Hiring and Paying Foreign Independent Contractors


Anisa Alvin


Reviewed by


November 9, 2022

This article is Tax Professional approved


If you’re looking for talent, the world is actually your limit. In our global society, you can hire foreign independent contractors and manage their remote work from anywhere. The international talent pool can vastly broaden your options when it comes to finding the right resources, at the right price.

However, when you seek out foreign independent contractors, it’s important to know how to do so legally. There are documentation and compliance tasks required by the IRS when it comes to hiring across borders, and you want to make sure you follow all rules and requirements.

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Hiring foreign independent contractors when your business is based in the U.S.

Hiring foreign independent contractors has become commonplace for many U.S.-based businesses looking to outsource certain jobs. Thanks to websites dedicated to bringing clients and contractors together, a business owner can find someone to do just about any job at any time. But hiring remote workers as independent contractors requires understanding your legal obligations to that professional and the government.

Your first task is to be sure that you are hiring an independent contractor rather than mislabeling a new employee. Independent contractors are hired for their services on a project-based or fixed-term basis. The independent contractor receives monetary compensation from the employer, but does not receive other employee benefits.

An independent contractor might bill themselves as a freelancer, or they may be a sole proprietor or part of an LLC or other business entity. It’s the scope of a task or assigned project that makes an independent contractor, not the label on their business cards.

Independent contractors typically work part-time for many clients, but this is not always the case. They can also operate similarly to full-time employees for short periods of time, according to their contract. The contractor also can negotiate the terms of their labor or delivery with the client.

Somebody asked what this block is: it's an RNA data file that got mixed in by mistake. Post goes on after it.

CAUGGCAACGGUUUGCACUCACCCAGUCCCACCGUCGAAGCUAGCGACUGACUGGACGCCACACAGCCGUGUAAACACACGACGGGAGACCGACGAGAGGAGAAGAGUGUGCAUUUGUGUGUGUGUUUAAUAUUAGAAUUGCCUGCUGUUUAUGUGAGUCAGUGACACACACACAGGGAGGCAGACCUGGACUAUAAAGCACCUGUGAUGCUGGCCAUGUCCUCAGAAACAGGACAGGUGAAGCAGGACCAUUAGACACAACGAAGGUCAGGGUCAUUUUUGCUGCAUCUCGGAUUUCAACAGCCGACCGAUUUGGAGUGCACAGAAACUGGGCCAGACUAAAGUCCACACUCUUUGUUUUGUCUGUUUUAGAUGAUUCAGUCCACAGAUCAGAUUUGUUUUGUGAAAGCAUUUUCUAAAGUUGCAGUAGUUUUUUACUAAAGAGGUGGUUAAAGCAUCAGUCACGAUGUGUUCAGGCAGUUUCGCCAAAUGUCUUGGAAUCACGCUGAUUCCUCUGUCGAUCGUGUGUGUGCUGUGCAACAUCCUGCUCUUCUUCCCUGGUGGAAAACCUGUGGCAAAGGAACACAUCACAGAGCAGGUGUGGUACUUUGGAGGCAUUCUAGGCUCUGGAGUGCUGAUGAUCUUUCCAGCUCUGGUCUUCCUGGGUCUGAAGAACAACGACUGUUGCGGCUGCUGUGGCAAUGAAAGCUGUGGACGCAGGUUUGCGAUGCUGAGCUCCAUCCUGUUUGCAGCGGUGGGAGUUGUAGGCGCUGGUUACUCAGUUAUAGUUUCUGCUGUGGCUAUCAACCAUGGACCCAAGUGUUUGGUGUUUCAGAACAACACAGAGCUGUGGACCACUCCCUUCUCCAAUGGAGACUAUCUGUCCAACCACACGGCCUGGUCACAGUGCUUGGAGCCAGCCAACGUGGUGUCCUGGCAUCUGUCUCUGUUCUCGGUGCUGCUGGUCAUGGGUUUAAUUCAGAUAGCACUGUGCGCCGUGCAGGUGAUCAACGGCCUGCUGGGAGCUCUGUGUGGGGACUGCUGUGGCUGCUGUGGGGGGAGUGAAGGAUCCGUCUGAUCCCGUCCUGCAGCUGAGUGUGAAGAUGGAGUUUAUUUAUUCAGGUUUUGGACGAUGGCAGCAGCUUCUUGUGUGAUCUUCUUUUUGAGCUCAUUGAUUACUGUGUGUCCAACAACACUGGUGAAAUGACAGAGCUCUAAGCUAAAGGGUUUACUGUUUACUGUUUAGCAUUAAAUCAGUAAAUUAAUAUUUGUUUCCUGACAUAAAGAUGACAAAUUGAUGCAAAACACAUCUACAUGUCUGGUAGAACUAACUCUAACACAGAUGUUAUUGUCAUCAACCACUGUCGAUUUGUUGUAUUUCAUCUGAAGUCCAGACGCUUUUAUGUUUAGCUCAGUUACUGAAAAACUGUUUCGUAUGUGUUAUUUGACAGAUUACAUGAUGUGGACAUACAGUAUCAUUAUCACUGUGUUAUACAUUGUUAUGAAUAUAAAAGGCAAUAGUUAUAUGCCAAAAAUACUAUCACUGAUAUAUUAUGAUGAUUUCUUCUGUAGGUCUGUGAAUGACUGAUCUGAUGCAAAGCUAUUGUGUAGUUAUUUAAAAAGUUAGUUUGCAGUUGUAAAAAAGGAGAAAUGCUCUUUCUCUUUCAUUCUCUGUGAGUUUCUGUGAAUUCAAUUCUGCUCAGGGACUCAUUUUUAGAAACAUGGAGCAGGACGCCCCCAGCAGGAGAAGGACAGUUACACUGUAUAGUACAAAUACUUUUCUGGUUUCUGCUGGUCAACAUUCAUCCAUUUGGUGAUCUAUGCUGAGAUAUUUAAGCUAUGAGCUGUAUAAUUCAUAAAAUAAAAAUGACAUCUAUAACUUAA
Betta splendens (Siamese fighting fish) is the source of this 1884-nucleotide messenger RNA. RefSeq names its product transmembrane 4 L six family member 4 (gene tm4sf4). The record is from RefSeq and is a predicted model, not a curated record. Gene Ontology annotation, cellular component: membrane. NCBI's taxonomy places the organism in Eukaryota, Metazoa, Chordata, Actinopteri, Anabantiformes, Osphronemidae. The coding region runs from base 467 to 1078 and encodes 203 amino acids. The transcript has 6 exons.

Employees, on the other hand, have higher expectations of their time and commitment to the company. They must attend required meetings, training, and follow all rules and protocols of their employer. In return, they receive benefits such as paid vacation, worker’s compensation, and potentially insurance, retirement matching, and other benefits.

There are greater responsibilities for the hiring company for employees versus independent contractors. The employer of record is responsible for withholding payroll taxes, completing the necessary tax reporting, managing workloads, and maintaining a positive working relationship with employees on an ongoing basis. An independent contractor requires little more than a contract, a project assignment, and a deadline.

When hiring a foreign independent contractor, be sure you stay within the bounds of contract employment. Otherwise, you may be inadvertently hiring a new employee, which has different tax implications and obligations.

How to pay foreign independent contractors

Since work performed by foreign independent contractors happens outside of the United States, it is treated differently than employee payment or even contractor pay for work done inside the United States. This is true even for neighboring countries like Canada and Mexico.

According to the IRS, the location where the work is performed determines the source of the income for tax purposes. This means that work performed in Spain is a source of Spanish income, even if the company pays for the work in U.S. dollars from a U.S. company. If the work is happening inside the United States, however, it is US source income and is handled differently for taxpayer purposes.

This creates a different set of rules for tax compliance. U.S.-based companies should not withhold taxes from money paid to independent contractors if the work is happening outside of the United States. Additionally, the company does not need to report the taxes of foreign contractors to the IRS. The freelancer is responsible for sorting out their own tax obligations.